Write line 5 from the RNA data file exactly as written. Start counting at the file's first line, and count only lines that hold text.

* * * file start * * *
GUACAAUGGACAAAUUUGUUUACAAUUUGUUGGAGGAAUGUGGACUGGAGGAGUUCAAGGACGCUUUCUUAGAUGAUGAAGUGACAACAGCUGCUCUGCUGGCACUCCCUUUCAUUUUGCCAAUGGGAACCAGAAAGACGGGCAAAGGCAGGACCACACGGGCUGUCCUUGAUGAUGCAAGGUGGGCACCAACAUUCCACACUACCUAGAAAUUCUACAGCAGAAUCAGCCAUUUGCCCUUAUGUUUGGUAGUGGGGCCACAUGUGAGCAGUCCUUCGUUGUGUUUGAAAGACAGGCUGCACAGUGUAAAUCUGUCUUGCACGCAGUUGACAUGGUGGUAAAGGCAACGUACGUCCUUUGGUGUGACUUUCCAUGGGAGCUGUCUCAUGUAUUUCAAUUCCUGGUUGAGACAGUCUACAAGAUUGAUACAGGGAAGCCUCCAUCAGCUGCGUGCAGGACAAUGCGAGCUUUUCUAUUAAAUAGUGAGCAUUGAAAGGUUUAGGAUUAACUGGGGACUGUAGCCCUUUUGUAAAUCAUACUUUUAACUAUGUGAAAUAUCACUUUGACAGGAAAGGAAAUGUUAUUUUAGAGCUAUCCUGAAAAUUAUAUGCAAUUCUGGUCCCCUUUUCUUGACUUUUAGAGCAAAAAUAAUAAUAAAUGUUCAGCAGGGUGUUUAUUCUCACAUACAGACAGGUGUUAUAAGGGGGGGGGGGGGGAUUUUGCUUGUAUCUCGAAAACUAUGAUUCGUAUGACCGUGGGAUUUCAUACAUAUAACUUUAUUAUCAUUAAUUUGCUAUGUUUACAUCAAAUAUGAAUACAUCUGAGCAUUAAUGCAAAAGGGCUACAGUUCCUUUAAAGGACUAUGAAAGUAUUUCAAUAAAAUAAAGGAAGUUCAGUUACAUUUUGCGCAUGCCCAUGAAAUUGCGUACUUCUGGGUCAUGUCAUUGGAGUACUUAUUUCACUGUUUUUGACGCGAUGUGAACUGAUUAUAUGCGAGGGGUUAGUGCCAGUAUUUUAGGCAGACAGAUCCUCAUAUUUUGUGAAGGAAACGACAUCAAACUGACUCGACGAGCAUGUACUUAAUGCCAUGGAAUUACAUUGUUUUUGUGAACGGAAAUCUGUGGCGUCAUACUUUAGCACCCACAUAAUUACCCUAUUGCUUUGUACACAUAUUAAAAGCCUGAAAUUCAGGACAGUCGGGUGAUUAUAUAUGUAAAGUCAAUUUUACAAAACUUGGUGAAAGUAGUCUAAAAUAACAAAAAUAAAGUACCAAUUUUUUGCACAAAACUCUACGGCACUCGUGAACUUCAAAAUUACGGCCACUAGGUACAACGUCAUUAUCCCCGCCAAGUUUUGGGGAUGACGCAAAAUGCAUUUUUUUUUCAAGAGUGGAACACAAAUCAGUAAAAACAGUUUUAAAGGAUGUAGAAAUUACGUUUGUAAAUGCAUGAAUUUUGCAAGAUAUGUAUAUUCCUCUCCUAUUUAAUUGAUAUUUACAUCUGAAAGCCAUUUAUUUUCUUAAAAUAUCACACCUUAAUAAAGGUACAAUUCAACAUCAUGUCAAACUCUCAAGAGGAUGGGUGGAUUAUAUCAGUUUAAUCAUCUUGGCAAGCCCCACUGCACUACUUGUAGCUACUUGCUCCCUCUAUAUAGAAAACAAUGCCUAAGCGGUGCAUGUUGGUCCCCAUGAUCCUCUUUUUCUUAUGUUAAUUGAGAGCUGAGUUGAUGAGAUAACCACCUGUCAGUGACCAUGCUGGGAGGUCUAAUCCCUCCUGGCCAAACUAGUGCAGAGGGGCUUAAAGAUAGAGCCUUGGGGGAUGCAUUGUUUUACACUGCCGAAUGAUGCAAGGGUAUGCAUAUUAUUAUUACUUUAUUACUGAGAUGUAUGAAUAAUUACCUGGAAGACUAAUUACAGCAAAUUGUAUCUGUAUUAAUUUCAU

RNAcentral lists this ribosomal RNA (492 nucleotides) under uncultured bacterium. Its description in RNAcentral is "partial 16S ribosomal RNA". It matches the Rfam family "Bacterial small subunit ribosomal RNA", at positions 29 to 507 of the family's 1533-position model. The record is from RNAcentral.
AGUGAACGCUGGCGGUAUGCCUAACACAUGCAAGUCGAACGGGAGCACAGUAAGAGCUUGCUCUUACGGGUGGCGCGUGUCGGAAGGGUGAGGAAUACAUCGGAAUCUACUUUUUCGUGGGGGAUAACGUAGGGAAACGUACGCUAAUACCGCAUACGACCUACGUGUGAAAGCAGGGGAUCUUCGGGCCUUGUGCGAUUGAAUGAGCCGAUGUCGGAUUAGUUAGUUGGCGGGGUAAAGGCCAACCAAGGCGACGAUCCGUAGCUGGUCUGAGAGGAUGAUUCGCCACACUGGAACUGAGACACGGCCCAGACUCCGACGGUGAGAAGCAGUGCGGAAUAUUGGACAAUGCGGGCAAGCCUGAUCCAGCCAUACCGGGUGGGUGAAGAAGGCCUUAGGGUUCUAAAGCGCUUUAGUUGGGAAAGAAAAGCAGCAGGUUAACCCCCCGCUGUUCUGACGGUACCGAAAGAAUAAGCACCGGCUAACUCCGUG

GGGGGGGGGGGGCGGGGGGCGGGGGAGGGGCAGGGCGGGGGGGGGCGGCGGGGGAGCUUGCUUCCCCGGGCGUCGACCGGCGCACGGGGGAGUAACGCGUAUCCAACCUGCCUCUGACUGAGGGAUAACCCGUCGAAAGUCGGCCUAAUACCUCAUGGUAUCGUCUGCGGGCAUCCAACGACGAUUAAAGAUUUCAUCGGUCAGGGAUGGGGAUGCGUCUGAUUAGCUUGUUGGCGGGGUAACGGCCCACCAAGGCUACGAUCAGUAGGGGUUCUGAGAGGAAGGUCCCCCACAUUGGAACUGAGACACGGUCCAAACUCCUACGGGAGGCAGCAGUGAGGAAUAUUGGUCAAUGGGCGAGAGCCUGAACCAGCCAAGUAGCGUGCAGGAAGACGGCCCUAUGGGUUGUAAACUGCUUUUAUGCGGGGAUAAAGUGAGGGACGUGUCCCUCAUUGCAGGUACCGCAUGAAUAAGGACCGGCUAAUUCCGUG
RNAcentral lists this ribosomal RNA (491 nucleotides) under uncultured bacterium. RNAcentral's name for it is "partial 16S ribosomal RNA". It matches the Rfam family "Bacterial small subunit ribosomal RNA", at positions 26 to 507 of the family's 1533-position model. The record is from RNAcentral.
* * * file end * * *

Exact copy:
RNAcentral lists this ribosomal RNA (491 nucleotides) under uncultured bacterium. RNAcentral's name for it is "partial 16S ribosomal RNA". It matches the Rfam family "Bacterial small subunit ribosomal RNA", at positions 26 to 507 of the family's 1533-position model. The record is from RNAcentral.